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perceive that there was no force in the way to stay their march towards Washington. On July 6th Grant came to the conclusion that Washington was their objective, and as he was now charged with the management of all military operations, defensive as well as offensive, he became exceedingly anxious to know exactly what was taking place so far to the rear. To that end, several days later, he asked Dana to return to Washington, for which place he started at once, arriving there for duty on the 11th. He found both Washington and Baltimore in a state of great excitement. The air was filled with alarming rumors, the Confederate forces were reported as advancing on Baltimore; several Confederate generals were said to have dined at Rockville a day or two before; houses had been burned near Washington, and clouds of dust could be seen in several quarters. Having sifted reports and rumors as carefully as he could, he summed them all up in a despatch, which he sent to Grant at ten o'clock th
when the visit was ended accompanied them to Washington for a few days. As both the President and Secretary of War were anxious to have his daily reports of the operations around Petersburg, he made haste to return, arriving at headquarters on July 1st. Here he found a condition of affairs far from encouraging. Instead of waiting for Sheridan's return from his movement against the railroads north of Richmond, Grant sent the rest of his cavalry straight out into the Confederacy to break up thd to a confidential friend that all of Meade's attacks have been made without brains and without generalship. Additional light is thrown on the state of affairs treated of above by certain private notes which Dana wrote me that week. From one of July 2d, I quote as follows: You can't imagine how delighted we were yesterday to hear of your safety. Kautz's report had made us fear that most of your command might have been captured. Still we knew that you were a hard fellow to catch, a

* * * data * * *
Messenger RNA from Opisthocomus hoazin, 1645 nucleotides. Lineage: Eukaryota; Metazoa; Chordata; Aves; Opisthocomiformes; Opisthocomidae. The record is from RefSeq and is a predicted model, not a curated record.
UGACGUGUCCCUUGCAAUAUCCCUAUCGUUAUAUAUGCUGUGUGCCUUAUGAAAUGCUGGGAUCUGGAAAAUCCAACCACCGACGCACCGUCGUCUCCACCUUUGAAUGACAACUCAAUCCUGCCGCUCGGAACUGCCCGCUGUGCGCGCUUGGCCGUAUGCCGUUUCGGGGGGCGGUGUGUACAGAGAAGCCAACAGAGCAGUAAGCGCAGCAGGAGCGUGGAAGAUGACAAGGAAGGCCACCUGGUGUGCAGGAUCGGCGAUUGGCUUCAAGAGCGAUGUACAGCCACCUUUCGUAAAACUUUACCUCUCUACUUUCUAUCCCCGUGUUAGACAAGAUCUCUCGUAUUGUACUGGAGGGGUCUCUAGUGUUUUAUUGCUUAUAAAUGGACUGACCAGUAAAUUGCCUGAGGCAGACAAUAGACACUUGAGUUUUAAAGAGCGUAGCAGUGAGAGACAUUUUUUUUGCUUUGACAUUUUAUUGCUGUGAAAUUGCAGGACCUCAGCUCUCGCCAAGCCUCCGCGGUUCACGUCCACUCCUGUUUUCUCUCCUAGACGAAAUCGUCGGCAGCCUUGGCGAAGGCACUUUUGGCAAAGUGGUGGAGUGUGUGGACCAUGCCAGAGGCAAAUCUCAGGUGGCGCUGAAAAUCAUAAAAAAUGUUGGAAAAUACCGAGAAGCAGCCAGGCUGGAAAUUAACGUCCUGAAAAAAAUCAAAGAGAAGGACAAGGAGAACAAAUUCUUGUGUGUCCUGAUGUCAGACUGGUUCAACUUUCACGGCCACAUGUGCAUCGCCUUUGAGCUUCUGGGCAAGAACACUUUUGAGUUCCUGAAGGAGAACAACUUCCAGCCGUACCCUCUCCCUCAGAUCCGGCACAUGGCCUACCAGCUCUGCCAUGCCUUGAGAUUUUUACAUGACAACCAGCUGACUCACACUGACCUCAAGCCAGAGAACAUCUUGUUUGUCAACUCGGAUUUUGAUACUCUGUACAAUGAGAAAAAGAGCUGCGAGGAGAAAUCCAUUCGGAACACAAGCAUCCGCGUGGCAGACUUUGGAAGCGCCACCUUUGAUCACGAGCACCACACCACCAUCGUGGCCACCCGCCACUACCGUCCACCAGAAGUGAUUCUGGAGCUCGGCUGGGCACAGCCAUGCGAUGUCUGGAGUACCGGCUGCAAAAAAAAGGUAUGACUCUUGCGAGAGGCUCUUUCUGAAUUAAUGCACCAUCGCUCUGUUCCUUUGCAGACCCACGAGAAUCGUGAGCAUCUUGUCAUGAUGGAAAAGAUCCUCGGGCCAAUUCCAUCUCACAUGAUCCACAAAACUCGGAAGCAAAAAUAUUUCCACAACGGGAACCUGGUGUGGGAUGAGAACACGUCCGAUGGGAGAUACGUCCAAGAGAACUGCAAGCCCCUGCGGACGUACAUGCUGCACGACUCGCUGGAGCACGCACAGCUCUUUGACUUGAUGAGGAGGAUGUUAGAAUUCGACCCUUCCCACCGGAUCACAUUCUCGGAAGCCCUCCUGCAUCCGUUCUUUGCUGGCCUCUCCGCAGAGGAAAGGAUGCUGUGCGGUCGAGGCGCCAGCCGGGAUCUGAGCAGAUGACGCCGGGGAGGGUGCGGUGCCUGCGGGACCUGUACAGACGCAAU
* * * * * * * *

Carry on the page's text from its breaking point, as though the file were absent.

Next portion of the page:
I was out at Petersburg with a lot of senators this morning. The Official Records show that Grant requested Halleck to obtain an order assigning Smith to the command of the Eighteenth army corps and sending Butler back to Fort Monroe, on July 6th, at 10 A. M., and that the order was issued by the War Department on July 7th. They also show that two days thereafter Smith took advantage of ten days leave of absence, which had been granted to him the day before on account of his head, and trted by Meade, were moving down the Shenandoah Valley. Having disposed of Hunter and forced him to withdraw in the direction of the Ohio, they were quick to perceive that there was no force in the way to stay their march towards Washington. On July 6th Grant came to the conclusion that Washington was their objective, and as he was now charged with the management of all military operations, defensive as well as offensive, he became exceedingly anxious to know exactly what was taking place so fa